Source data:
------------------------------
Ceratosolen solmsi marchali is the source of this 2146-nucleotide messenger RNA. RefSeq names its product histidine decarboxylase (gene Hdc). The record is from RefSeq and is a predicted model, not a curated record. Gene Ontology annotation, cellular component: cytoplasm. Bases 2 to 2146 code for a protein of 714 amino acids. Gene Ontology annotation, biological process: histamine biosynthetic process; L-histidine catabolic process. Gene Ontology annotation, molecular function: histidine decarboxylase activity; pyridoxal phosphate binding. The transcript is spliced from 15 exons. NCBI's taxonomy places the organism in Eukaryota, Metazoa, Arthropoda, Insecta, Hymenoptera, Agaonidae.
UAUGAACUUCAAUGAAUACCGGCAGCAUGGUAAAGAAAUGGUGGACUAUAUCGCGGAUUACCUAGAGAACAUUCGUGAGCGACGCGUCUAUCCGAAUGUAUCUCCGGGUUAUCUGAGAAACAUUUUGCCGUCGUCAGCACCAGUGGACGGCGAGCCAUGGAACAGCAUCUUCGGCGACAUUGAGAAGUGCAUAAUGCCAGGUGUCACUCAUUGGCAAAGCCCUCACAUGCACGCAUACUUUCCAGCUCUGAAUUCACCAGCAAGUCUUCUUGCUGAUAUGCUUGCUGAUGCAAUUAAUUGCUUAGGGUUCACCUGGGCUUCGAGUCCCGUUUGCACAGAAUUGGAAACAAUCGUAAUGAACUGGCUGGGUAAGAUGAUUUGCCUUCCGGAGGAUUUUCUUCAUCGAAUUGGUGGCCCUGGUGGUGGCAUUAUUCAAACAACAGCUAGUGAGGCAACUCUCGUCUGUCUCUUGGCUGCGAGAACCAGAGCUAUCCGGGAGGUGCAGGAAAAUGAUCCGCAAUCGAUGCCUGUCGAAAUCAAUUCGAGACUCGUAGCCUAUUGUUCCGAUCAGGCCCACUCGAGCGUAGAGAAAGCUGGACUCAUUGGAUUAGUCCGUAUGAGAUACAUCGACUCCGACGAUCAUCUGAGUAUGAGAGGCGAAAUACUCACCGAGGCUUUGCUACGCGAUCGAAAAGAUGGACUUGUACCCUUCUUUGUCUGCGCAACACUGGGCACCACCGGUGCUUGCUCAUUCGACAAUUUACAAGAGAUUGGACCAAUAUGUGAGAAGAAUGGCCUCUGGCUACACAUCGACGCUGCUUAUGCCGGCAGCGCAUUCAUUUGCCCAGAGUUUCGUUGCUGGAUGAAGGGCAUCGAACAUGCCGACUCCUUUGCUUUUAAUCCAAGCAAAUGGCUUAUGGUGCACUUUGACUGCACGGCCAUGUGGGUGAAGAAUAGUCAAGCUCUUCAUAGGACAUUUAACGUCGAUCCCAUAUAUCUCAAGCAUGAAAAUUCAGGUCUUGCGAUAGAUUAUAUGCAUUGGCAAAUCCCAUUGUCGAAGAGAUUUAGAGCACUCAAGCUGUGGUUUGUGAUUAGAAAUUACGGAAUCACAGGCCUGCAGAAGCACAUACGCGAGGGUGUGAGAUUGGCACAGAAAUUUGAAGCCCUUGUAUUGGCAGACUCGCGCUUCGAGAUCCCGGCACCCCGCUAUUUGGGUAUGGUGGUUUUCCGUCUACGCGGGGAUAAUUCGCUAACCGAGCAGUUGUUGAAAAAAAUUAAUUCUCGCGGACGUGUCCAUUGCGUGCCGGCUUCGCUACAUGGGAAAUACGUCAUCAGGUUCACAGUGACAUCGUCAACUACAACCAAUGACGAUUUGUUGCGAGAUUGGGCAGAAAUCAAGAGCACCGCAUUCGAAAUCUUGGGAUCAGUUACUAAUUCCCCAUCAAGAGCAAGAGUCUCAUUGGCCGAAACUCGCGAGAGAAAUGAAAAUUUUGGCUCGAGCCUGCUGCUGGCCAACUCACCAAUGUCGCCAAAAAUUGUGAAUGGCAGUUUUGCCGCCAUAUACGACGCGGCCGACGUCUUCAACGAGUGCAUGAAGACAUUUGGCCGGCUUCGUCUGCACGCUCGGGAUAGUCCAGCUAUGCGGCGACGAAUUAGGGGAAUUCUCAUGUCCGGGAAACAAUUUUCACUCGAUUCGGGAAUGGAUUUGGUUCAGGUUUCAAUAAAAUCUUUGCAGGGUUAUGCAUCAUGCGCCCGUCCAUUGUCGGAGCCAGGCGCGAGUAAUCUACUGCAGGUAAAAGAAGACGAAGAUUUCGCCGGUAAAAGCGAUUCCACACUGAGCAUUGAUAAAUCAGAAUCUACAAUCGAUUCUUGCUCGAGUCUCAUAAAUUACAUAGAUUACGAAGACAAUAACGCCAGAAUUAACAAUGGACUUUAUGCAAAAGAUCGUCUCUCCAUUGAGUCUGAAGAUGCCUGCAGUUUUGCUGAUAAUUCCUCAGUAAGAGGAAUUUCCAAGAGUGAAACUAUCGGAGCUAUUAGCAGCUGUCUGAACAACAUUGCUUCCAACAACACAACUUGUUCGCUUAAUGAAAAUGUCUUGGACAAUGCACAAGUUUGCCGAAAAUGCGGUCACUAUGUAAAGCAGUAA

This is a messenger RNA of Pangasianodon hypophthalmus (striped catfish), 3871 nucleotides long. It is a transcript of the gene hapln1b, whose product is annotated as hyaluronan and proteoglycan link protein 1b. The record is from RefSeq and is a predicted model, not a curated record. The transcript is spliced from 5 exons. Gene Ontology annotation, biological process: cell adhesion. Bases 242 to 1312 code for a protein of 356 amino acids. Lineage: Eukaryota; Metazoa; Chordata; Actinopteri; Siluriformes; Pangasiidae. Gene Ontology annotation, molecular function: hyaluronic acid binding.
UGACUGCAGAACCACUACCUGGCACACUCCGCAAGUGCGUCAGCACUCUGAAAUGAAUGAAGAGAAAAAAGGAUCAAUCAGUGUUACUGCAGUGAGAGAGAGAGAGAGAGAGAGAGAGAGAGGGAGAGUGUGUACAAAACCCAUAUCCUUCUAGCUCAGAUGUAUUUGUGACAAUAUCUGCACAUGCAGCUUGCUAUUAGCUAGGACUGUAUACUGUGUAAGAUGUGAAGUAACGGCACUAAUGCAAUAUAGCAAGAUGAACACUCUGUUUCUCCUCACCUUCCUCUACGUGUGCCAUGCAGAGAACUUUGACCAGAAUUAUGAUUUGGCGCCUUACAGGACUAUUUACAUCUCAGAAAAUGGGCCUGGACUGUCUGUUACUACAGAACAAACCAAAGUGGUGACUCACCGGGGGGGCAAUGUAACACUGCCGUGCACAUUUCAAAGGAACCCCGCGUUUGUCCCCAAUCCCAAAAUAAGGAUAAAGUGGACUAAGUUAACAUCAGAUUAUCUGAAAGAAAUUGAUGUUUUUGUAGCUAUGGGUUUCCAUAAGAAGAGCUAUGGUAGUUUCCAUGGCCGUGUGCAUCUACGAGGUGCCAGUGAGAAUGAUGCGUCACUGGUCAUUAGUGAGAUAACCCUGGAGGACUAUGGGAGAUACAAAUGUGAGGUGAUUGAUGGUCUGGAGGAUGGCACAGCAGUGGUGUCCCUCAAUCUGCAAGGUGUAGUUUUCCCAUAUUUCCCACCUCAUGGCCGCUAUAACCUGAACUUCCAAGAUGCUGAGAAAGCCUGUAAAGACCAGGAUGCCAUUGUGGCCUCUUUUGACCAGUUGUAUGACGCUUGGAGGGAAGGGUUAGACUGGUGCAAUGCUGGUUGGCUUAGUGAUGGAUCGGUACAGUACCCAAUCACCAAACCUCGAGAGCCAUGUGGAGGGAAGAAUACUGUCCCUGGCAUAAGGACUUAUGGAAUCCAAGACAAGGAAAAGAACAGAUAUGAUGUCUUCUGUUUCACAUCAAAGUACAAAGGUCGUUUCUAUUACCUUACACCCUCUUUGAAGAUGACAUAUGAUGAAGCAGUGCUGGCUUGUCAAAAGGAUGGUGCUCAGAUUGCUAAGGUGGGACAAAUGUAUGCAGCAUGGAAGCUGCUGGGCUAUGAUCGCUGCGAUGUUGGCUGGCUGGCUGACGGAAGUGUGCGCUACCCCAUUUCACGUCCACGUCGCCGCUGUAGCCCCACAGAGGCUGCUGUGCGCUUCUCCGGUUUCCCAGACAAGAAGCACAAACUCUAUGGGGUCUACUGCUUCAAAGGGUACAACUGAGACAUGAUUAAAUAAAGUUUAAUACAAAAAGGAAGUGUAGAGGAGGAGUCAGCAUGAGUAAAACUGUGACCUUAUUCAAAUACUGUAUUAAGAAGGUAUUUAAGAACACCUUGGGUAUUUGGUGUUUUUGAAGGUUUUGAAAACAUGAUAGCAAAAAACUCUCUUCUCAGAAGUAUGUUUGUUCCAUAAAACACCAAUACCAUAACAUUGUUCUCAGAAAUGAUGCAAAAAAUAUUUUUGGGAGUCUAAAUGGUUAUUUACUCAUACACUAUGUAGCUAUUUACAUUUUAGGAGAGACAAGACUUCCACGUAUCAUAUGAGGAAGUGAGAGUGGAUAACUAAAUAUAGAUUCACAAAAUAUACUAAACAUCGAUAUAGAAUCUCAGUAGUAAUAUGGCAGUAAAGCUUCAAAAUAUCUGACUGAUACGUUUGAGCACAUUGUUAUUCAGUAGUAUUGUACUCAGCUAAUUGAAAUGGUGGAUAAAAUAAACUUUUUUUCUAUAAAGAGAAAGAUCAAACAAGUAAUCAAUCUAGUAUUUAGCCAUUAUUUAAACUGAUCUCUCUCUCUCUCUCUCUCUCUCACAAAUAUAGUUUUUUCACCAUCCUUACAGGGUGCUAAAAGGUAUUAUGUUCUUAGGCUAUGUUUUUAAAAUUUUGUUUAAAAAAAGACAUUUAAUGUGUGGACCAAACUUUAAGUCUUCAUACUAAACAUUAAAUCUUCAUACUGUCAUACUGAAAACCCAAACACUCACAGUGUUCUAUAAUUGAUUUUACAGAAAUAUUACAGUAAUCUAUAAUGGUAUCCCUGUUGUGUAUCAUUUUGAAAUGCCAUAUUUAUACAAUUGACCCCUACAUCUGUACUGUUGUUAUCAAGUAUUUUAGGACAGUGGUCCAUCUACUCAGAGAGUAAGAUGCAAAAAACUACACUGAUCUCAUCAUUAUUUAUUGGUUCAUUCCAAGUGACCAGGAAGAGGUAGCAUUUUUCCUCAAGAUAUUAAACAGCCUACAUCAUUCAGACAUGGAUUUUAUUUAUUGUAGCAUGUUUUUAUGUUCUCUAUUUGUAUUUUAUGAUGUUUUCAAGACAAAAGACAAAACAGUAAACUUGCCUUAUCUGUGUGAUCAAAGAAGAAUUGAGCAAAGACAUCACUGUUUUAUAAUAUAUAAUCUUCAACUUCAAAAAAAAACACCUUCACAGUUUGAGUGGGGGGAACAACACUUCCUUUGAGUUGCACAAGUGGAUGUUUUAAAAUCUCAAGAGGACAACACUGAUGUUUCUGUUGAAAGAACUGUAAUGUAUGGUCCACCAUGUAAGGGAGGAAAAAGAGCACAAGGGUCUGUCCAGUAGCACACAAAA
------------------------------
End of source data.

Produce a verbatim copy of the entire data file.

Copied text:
Ceratosolen solmsi marchali is the source of this 2146-nucleotide messenger RNA. RefSeq names its product histidine decarboxylase (gene Hdc). The record is from RefSeq and is a predicted model, not a curated record. Gene Ontology annotation, cellular component: cytoplasm. Bases 2 to 2146 code for a protein of 714 amino acids. Gene Ontology annotation, biological process: histamine biosynthetic process; L-histidine catabolic process. Gene Ontology annotation, molecular function: histidine decarboxylase activity; pyridoxal phosphate binding. The transcript is spliced from 15 exons. NCBI's taxonomy places the organism in Eukaryota, Metazoa, Arthropoda, Insecta, Hymenoptera, Agaonidae.
UAUGAACUUCAAUGAAUACCGGCAGCAUGGUAAAGAAAUGGUGGACUAUAUCGCGGAUUACCUAGAGAACAUUCGUGAGCGACGCGUCUAUCCGAAUGUAUCUCCGGGUUAUCUGAGAAACAUUUUGCCGUCGUCAGCACCAGUGGACGGCGAGCCAUGGAACAGCAUCUUCGGCGACAUUGAGAAGUGCAUAAUGCCAGGUGUCACUCAUUGGCAAAGCCCUCACAUGCACGCAUACUUUCCAGCUCUGAAUUCACCAGCAAGUCUUCUUGCUGAUAUGCUUGCUGAUGCAAUUAAUUGCUUAGGGUUCACCUGGGCUUCGAGUCCCGUUUGCACAGAAUUGGAAACAAUCGUAAUGAACUGGCUGGGUAAGAUGAUUUGCCUUCCGGAGGAUUUUCUUCAUCGAAUUGGUGGCCCUGGUGGUGGCAUUAUUCAAACAACAGCUAGUGAGGCAACUCUCGUCUGUCUCUUGGCUGCGAGAACCAGAGCUAUCCGGGAGGUGCAGGAAAAUGAUCCGCAAUCGAUGCCUGUCGAAAUCAAUUCGAGACUCGUAGCCUAUUGUUCCGAUCAGGCCCACUCGAGCGUAGAGAAAGCUGGACUCAUUGGAUUAGUCCGUAUGAGAUACAUCGACUCCGACGAUCAUCUGAGUAUGAGAGGCGAAAUACUCACCGAGGCUUUGCUACGCGAUCGAAAAGAUGGACUUGUACCCUUCUUUGUCUGCGCAACACUGGGCACCACCGGUGCUUGCUCAUUCGACAAUUUACAAGAGAUUGGACCAAUAUGUGAGAAGAAUGGCCUCUGGCUACACAUCGACGCUGCUUAUGCCGGCAGCGCAUUCAUUUGCCCAGAGUUUCGUUGCUGGAUGAAGGGCAUCGAACAUGCCGACUCCUUUGCUUUUAAUCCAAGCAAAUGGCUUAUGGUGCACUUUGACUGCACGGCCAUGUGGGUGAAGAAUAGUCAAGCUCUUCAUAGGACAUUUAACGUCGAUCCCAUAUAUCUCAAGCAUGAAAAUUCAGGUCUUGCGAUAGAUUAUAUGCAUUGGCAAAUCCCAUUGUCGAAGAGAUUUAGAGCACUCAAGCUGUGGUUUGUGAUUAGAAAUUACGGAAUCACAGGCCUGCAGAAGCACAUACGCGAGGGUGUGAGAUUGGCACAGAAAUUUGAAGCCCUUGUAUUGGCAGACUCGCGCUUCGAGAUCCCGGCACCCCGCUAUUUGGGUAUGGUGGUUUUCCGUCUACGCGGGGAUAAUUCGCUAACCGAGCAGUUGUUGAAAAAAAUUAAUUCUCGCGGACGUGUCCAUUGCGUGCCGGCUUCGCUACAUGGGAAAUACGUCAUCAGGUUCACAGUGACAUCGUCAACUACAACCAAUGACGAUUUGUUGCGAGAUUGGGCAGAAAUCAAGAGCACCGCAUUCGAAAUCUUGGGAUCAGUUACUAAUUCCCCAUCAAGAGCAAGAGUCUCAUUGGCCGAAACUCGCGAGAGAAAUGAAAAUUUUGGCUCGAGCCUGCUGCUGGCCAACUCACCAAUGUCGCCAAAAAUUGUGAAUGGCAGUUUUGCCGCCAUAUACGACGCGGCCGACGUCUUCAACGAGUGCAUGAAGACAUUUGGCCGGCUUCGUCUGCACGCUCGGGAUAGUCCAGCUAUGCGGCGACGAAUUAGGGGAAUUCUCAUGUCCGGGAAACAAUUUUCACUCGAUUCGGGAAUGGAUUUGGUUCAGGUUUCAAUAAAAUCUUUGCAGGGUUAUGCAUCAUGCGCCCGUCCAUUGUCGGAGCCAGGCGCGAGUAAUCUACUGCAGGUAAAAGAAGACGAAGAUUUCGCCGGUAAAAGCGAUUCCACACUGAGCAUUGAUAAAUCAGAAUCUACAAUCGAUUCUUGCUCGAGUCUCAUAAAUUACAUAGAUUACGAAGACAAUAACGCCAGAAUUAACAAUGGACUUUAUGCAAAAGAUCGUCUCUCCAUUGAGUCUGAAGAUGCCUGCAGUUUUGCUGAUAAUUCCUCAGUAAGAGGAAUUUCCAAGAGUGAAACUAUCGGAGCUAUUAGCAGCUGUCUGAACAACAUUGCUUCCAACAACACAACUUGUUCGCUUAAUGAAAAUGUCUUGGACAAUGCACAAGUUUGCCGAAAAUGCGGUCACUAUGUAAAGCAGUAA

This is a messenger RNA of Pangasianodon hypophthalmus (striped catfish), 3871 nucleotides long. It is a transcript of the gene hapln1b, whose product is annotated as hyaluronan and proteoglycan link protein 1b. The record is from RefSeq and is a predicted model, not a curated record. The transcript is spliced from 5 exons. Gene Ontology annotation, biological process: cell adhesion. Bases 242 to 1312 code for a protein of 356 amino acids. Lineage: Eukaryota; Metazoa; Chordata; Actinopteri; Siluriformes; Pangasiidae. Gene Ontology annotation, molecular function: hyaluronic acid binding.
UGACUGCAGAACCACUACCUGGCACACUCCGCAAGUGCGUCAGCACUCUGAAAUGAAUGAAGAGAAAAAAGGAUCAAUCAGUGUUACUGCAGUGAGAGAGAGAGAGAGAGAGAGAGAGAGAGGGAGAGUGUGUACAAAACCCAUAUCCUUCUAGCUCAGAUGUAUUUGUGACAAUAUCUGCACAUGCAGCUUGCUAUUAGCUAGGACUGUAUACUGUGUAAGAUGUGAAGUAACGGCACUAAUGCAAUAUAGCAAGAUGAACACUCUGUUUCUCCUCACCUUCCUCUACGUGUGCCAUGCAGAGAACUUUGACCAGAAUUAUGAUUUGGCGCCUUACAGGACUAUUUACAUCUCAGAAAAUGGGCCUGGACUGUCUGUUACUACAGAACAAACCAAAGUGGUGACUCACCGGGGGGGCAAUGUAACACUGCCGUGCACAUUUCAAAGGAACCCCGCGUUUGUCCCCAAUCCCAAAAUAAGGAUAAAGUGGACUAAGUUAACAUCAGAUUAUCUGAAAGAAAUUGAUGUUUUUGUAGCUAUGGGUUUCCAUAAGAAGAGCUAUGGUAGUUUCCAUGGCCGUGUGCAUCUACGAGGUGCCAGUGAGAAUGAUGCGUCACUGGUCAUUAGUGAGAUAACCCUGGAGGACUAUGGGAGAUACAAAUGUGAGGUGAUUGAUGGUCUGGAGGAUGGCACAGCAGUGGUGUCCCUCAAUCUGCAAGGUGUAGUUUUCCCAUAUUUCCCACCUCAUGGCCGCUAUAACCUGAACUUCCAAGAUGCUGAGAAAGCCUGUAAAGACCAGGAUGCCAUUGUGGCCUCUUUUGACCAGUUGUAUGACGCUUGGAGGGAAGGGUUAGACUGGUGCAAUGCUGGUUGGCUUAGUGAUGGAUCGGUACAGUACCCAAUCACCAAACCUCGAGAGCCAUGUGGAGGGAAGAAUACUGUCCCUGGCAUAAGGACUUAUGGAAUCCAAGACAAGGAAAAGAACAGAUAUGAUGUCUUCUGUUUCACAUCAAAGUACAAAGGUCGUUUCUAUUACCUUACACCCUCUUUGAAGAUGACAUAUGAUGAAGCAGUGCUGGCUUGUCAAAAGGAUGGUGCUCAGAUUGCUAAGGUGGGACAAAUGUAUGCAGCAUGGAAGCUGCUGGGCUAUGAUCGCUGCGAUGUUGGCUGGCUGGCUGACGGAAGUGUGCGCUACCCCAUUUCACGUCCACGUCGCCGCUGUAGCCCCACAGAGGCUGCUGUGCGCUUCUCCGGUUUCCCAGACAAGAAGCACAAACUCUAUGGGGUCUACUGCUUCAAAGGGUACAACUGAGACAUGAUUAAAUAAAGUUUAAUACAAAAAGGAAGUGUAGAGGAGGAGUCAGCAUGAGUAAAACUGUGACCUUAUUCAAAUACUGUAUUAAGAAGGUAUUUAAGAACACCUUGGGUAUUUGGUGUUUUUGAAGGUUUUGAAAACAUGAUAGCAAAAAACUCUCUUCUCAGAAGUAUGUUUGUUCCAUAAAACACCAAUACCAUAACAUUGUUCUCAGAAAUGAUGCAAAAAAUAUUUUUGGGAGUCUAAAUGGUUAUUUACUCAUACACUAUGUAGCUAUUUACAUUUUAGGAGAGACAAGACUUCCACGUAUCAUAUGAGGAAGUGAGAGUGGAUAACUAAAUAUAGAUUCACAAAAUAUACUAAACAUCGAUAUAGAAUCUCAGUAGUAAUAUGGCAGUAAAGCUUCAAAAUAUCUGACUGAUACGUUUGAGCACAUUGUUAUUCAGUAGUAUUGUACUCAGCUAAUUGAAAUGGUGGAUAAAAUAAACUUUUUUUCUAUAAAGAGAAAGAUCAAACAAGUAAUCAAUCUAGUAUUUAGCCAUUAUUUAAACUGAUCUCUCUCUCUCUCUCUCUCUCUCACAAAUAUAGUUUUUUCACCAUCCUUACAGGGUGCUAAAAGGUAUUAUGUUCUUAGGCUAUGUUUUUAAAAUUUUGUUUAAAAAAAGACAUUUAAUGUGUGGACCAAACUUUAAGUCUUCAUACUAAACAUUAAAUCUUCAUACUGUCAUACUGAAAACCCAAACACUCACAGUGUUCUAUAAUUGAUUUUACAGAAAUAUUACAGUAAUCUAUAAUGGUAUCCCUGUUGUGUAUCAUUUUGAAAUGCCAUAUUUAUACAAUUGACCCCUACAUCUGUACUGUUGUUAUCAAGUAUUUUAGGACAGUGGUCCAUCUACUCAGAGAGUAAGAUGCAAAAAACUACACUGAUCUCAUCAUUAUUUAUUGGUUCAUUCCAAGUGACCAGGAAGAGGUAGCAUUUUUCCUCAAGAUAUUAAACAGCCUACAUCAUUCAGACAUGGAUUUUAUUUAUUGUAGCAUGUUUUUAUGUUCUCUAUUUGUAUUUUAUGAUGUUUUCAAGACAAAAGACAAAACAGUAAACUUGCCUUAUCUGUGUGAUCAAAGAAGAAUUGAGCAAAGACAUCACUGUUUUAUAAUAUAUAAUCUUCAACUUCAAAAAAAAACACCUUCACAGUUUGAGUGGGGGGAACAACACUUCCUUUGAGUUGCACAAGUGGAUGUUUUAAAAUCUCAAGAGGACAACACUGAUGUUUCUGUUGAAAGAACUGUAAUGUAUGGUCCACCAUGUAAGGGAGGAAAAAGAGCACAAGGGUCUGUCCAGUAGCACACAAAA